Exorbitant veterinary fee forces owner into DIY dentistry

DIY animal dentistry
DIY animal dentistry. Image: MikeB
Until September 7th I will give 10 cents to an animal charity for every comment. It is a way to help animal welfare without much effort at no cost. Comments help this website too, which is about animal welfare.

A woman living in South Wales, UK, said that she was forced into trimming her hamster’s teeth herself in an act of DIY animal dentistry because her veterinarian had quoted £500 for the task.

Danielle Amos, from Sarn, near Bridgend, believes that the veterinarian’s quote was “ridiculous” and confirmed that she had been forced to learn DIY hamster dentistry using YouTube videos.

She thought the £500 pound quote was okay for a dog or cat but for a hamster, no, it was too much. Especially with the cost of living in the UK at the moment.

Comment: regrettably, I think she’s wrong. The cost of filing down or doing dentistry work on a hamster should be no different to the cost of doing it on a dog or cat I would have thought. I don’t think that the species of animal is relevant to the cost. But I do understand her sentiments in terms of funding expensive veterinary work.

But is the £500 excessive? It possibly is but it might not be. One problem in the UK is that citizens are attuned to receiving free medical treatment at the point of delivery under the NHS. We aren’t really acclimatised to the idea of paying privately for medical treatment which is what one does when you take your cat or dog to a vet.

It comes as a bit of a shock which is what happened to Danielle. She said: “I couldn’t find another vet in my area that would do it, so I decided to look up on a YouTube channel on how to trim a hamster’s teeth properly and that’s what I’ve been doing every month by myself.”

Comment: I admire her determination but is it sensible and in the best interests of animal welfare to be doing a vet’s work on your pet? Might harm by caused?

The RSPCA commented that such an approach is not advised! We can all agree that. It is generally agreed that the cost of veterinary care in the UK has become prohibitive for many people as it has risen sharply due to the purchase by big conglomerates of independent veterinary clinics leading to a focus on profits over excellent treatment as is believed by many.

The Competition and Markets Authority is investigating and they have reported that the cost of veterinary care in the UK is now rising faster than other goods and services.

The RSPCA reported that four in 10 of pet owning participants surveyed had either stop visiting a vet due to financial pressures or had fed their pet less food or used a food bank.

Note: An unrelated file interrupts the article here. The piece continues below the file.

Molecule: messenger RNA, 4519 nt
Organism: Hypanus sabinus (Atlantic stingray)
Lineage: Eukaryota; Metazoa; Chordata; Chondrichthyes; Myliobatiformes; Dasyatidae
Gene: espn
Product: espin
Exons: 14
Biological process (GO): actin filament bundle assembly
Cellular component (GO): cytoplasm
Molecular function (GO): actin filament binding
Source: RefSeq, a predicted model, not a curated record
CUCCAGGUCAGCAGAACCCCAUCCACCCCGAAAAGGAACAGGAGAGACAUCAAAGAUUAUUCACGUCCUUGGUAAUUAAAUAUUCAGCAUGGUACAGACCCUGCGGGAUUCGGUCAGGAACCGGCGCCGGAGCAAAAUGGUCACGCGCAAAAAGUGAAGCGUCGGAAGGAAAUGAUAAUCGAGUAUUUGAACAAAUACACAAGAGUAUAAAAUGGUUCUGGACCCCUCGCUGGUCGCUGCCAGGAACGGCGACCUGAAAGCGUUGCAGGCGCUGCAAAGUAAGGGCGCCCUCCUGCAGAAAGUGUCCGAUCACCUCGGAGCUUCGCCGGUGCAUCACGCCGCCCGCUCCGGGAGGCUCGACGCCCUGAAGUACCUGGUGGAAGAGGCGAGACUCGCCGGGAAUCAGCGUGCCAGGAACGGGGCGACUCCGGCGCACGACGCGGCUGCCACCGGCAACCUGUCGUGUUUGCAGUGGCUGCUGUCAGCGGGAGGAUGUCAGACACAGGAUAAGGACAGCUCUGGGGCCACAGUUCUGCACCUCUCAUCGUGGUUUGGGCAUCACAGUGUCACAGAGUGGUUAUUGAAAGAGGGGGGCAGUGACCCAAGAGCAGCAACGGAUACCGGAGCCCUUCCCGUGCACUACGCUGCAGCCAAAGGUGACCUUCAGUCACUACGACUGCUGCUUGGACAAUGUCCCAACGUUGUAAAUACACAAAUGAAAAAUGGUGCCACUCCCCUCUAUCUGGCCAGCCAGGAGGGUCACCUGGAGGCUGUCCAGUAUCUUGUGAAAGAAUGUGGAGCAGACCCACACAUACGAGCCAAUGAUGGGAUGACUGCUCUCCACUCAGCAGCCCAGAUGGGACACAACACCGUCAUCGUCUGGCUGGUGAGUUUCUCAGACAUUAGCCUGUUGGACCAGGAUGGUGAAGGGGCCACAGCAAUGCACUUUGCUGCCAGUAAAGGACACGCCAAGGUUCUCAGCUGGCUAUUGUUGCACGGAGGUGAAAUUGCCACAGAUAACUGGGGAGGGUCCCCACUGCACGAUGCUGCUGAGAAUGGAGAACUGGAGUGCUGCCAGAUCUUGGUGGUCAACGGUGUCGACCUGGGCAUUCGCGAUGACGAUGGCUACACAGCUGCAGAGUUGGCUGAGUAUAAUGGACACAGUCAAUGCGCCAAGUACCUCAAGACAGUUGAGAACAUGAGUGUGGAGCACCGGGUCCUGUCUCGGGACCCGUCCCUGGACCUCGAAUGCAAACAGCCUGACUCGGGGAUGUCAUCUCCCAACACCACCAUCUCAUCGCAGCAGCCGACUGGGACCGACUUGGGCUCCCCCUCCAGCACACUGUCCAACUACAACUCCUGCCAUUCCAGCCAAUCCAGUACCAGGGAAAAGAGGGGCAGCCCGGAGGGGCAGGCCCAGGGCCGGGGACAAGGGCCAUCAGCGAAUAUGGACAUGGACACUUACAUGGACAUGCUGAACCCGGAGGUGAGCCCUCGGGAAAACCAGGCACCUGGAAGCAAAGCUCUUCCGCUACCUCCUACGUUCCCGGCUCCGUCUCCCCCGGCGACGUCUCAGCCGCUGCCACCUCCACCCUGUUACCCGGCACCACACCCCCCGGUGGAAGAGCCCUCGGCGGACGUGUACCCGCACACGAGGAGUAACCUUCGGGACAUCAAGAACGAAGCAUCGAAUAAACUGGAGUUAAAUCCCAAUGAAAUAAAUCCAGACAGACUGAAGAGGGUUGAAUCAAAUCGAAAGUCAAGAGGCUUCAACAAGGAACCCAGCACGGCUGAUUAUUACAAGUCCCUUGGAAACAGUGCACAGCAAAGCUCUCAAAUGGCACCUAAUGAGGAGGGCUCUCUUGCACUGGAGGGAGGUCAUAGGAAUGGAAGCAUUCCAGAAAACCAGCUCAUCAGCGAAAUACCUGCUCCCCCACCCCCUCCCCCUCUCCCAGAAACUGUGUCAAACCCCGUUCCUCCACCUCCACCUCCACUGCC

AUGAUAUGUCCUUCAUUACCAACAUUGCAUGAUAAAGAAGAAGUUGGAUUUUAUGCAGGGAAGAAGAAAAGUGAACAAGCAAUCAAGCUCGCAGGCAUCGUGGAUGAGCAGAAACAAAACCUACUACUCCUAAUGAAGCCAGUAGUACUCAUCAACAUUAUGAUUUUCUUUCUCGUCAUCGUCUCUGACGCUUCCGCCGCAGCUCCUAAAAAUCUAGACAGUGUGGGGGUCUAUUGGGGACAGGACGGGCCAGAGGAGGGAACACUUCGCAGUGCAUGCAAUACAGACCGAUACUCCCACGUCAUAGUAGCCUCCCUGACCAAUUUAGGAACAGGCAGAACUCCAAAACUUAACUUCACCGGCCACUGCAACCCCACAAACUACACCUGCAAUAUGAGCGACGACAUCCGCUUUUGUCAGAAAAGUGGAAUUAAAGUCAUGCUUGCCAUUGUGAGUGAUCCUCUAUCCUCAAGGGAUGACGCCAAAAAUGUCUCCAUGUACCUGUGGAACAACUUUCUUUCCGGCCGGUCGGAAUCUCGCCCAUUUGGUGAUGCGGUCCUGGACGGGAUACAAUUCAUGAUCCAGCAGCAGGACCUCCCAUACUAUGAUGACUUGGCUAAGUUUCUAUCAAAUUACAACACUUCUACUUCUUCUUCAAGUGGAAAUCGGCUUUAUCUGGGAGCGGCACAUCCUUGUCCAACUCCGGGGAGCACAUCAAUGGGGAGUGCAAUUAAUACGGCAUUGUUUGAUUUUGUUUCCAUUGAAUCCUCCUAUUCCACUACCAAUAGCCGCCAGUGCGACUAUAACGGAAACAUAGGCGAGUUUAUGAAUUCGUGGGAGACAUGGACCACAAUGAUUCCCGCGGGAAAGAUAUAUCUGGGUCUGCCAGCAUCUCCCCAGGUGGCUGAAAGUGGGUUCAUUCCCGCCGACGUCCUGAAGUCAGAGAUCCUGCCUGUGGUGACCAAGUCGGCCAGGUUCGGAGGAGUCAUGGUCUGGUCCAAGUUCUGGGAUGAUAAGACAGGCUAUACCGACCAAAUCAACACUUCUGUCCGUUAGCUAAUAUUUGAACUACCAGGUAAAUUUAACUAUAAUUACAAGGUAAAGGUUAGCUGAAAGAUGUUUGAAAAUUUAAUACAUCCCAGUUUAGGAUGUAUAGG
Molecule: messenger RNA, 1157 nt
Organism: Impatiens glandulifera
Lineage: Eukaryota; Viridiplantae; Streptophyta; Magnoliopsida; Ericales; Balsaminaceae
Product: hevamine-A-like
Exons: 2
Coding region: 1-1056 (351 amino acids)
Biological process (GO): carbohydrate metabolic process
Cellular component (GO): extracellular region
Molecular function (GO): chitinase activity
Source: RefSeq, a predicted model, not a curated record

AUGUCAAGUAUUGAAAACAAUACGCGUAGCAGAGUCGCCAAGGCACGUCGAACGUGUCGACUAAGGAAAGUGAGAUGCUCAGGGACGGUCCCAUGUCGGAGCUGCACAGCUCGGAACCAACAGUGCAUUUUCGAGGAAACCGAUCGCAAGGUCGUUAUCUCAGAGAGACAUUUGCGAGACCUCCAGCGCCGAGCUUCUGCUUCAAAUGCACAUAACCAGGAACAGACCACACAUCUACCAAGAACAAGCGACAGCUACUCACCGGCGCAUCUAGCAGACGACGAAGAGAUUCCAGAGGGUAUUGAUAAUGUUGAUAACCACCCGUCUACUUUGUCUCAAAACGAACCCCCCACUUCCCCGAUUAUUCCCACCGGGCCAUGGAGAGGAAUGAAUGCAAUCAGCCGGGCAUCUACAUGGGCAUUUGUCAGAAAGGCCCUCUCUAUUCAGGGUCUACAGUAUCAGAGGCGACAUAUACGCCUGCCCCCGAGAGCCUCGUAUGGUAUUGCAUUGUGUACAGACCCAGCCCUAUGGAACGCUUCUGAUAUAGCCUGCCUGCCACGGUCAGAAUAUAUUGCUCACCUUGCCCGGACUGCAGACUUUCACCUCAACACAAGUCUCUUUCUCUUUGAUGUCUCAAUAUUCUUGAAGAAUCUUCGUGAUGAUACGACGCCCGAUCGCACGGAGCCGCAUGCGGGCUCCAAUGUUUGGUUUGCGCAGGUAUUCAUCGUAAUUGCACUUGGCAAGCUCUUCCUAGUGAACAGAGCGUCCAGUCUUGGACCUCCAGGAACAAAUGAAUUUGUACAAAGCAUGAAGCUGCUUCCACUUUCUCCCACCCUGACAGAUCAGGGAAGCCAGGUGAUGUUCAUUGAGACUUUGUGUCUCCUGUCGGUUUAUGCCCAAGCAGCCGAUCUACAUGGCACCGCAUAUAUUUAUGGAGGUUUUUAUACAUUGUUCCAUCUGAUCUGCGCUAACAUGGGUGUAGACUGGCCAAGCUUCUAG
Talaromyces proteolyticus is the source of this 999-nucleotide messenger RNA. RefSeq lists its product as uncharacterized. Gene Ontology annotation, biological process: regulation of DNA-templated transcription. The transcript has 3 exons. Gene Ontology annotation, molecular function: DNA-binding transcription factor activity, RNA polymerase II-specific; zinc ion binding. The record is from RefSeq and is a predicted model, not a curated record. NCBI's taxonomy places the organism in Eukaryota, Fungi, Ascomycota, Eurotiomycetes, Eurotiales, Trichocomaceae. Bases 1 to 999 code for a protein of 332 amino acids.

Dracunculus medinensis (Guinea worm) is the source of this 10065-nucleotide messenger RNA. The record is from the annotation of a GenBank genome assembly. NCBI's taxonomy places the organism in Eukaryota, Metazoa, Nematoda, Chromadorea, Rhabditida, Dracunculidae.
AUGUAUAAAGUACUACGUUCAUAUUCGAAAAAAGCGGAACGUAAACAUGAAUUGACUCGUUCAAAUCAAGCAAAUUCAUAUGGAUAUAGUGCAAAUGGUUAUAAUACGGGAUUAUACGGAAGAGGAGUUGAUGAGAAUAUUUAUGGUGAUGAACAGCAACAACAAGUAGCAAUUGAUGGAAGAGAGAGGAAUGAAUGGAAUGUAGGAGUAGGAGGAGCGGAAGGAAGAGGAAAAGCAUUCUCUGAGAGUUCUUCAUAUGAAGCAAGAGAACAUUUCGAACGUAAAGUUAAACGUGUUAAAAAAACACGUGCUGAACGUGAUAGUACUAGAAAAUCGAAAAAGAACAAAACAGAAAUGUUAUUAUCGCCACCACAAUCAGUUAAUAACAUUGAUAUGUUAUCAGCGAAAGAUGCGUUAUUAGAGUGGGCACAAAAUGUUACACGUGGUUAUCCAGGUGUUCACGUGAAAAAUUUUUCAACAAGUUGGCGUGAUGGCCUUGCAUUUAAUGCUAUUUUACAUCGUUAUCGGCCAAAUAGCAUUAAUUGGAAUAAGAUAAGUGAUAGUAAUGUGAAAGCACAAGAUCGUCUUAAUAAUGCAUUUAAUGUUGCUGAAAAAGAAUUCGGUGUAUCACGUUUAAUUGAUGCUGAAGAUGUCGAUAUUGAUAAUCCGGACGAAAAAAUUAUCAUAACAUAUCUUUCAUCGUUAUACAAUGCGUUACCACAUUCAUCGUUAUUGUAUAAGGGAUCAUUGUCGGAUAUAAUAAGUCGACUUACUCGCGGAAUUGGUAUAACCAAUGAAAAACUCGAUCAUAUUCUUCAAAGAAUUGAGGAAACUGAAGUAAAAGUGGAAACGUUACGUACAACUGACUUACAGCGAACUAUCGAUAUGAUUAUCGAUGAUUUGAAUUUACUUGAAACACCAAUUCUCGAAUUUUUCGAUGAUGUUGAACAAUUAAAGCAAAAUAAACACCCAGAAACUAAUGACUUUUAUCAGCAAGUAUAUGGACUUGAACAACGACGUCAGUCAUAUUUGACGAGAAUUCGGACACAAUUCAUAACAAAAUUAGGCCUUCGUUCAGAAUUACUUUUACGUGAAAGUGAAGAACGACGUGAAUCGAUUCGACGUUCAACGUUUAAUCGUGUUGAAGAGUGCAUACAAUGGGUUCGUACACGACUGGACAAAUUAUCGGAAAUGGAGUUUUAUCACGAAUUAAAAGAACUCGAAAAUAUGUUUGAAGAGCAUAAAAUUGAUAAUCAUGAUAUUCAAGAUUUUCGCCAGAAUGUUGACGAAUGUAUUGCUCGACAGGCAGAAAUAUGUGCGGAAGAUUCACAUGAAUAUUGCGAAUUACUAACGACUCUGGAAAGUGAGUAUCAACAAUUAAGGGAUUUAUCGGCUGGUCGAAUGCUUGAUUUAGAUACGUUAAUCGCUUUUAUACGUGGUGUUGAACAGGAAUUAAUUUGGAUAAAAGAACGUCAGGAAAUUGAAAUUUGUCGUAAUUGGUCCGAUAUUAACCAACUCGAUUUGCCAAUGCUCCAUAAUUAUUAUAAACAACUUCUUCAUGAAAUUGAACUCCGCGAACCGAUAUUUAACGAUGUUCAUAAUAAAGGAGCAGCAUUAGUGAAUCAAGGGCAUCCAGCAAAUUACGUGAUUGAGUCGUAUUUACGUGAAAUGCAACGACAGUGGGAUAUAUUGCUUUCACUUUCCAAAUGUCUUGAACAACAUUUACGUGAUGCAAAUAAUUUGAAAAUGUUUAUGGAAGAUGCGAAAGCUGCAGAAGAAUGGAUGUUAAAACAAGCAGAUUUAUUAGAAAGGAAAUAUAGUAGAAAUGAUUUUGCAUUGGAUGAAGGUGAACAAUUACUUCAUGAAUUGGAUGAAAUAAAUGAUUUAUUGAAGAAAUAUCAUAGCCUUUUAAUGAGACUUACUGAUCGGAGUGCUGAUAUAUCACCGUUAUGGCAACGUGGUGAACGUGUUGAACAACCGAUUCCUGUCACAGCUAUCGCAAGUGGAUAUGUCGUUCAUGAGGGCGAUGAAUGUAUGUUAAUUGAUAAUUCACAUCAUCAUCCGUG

One dog owner, Victoria Jones, said that she thought she would need to sell her home to find £4000 for emergency surgery on her dog’s intestines.

She said to BBC Wales that “It was a very stressful time. We didn’t know if we were going to lose her, but we also didn’t know if we might have to lose our home to.”

She is a dog walker by profession and had pet health insurance but it reached its limit and had to call on family and friends for financial support. She became very anxious. She didn’t know how high the veterinary costs would become and complained that “There’s no transparency with costs”.

She argues that, “When you take your pet to a vet, or any kind of pet professional, it can be difficult to budget for it.”

The PDSA once again provided good advice and its advice which I have repeated on this website is that you should really budget very carefully before you adopt a companion animal. Richard Hooker from the charity said that “When you are thinking about getting a pet, think really carefully and do your research. Are they predisposed to expensive diseases that have to be treated as they get older? Is that pet right for your lifestyle? Is it from healthy parents? Has it had all the necessary health checks and screening?”

About hamster teeth trimming

Hamster teeth, like those of other rodents, continuously grow. This means they naturally grind their teeth down as they gnaw. In fact, it’s important for their health that they have things to chew on to keep their teeth at an appropriate length.

Ideally, you can provide them with appropriate chew toys made from untreated wood or other safe materials. These will help keep their front teeth worn down.

However, sometimes hamsters can have problems keeping their teeth trimmed even with proper chewing materials. This can happen for a few reasons, such as:

  • Diet: If their diet is too soft, they may not be gnawing enough to keep their teeth worn down.
  • Age: As hamsters get older, their teeth may not wear down as evenly, leading to overgrowth.
  • Underlying health problems: Certain health conditions can also affect their teeth.

If you notice any of the following signs, it could be a sign of overgrown teeth:

  • Difficulty eating
  • Drooling
  • Weight loss
  • Wet fur around the mouth

If you suspect your hamster’s teeth are overgrown, it’s important to see a vet. They can determine the best course of action. In some cases, they may be able to trim the teeth themselves. However, for back teeth or more complicated situations, anesthesia may be required.

Here are some additional things to keep in mind:

  • Don’t attempt to trim your hamster’s teeth yourself unless your vet instructs you to do so and shows you how. It’s a delicate process, and improper trimming can cause serious damage.
  • Regular vet checkups are important for hamsters, just like any other pet. This will allow your vet to monitor your hamster’s teeth and identify any potential problems early on.

Sources: Google Gemini researching the topic with online searches using sites such as PetMD.

Leave a Comment

follow it link and logo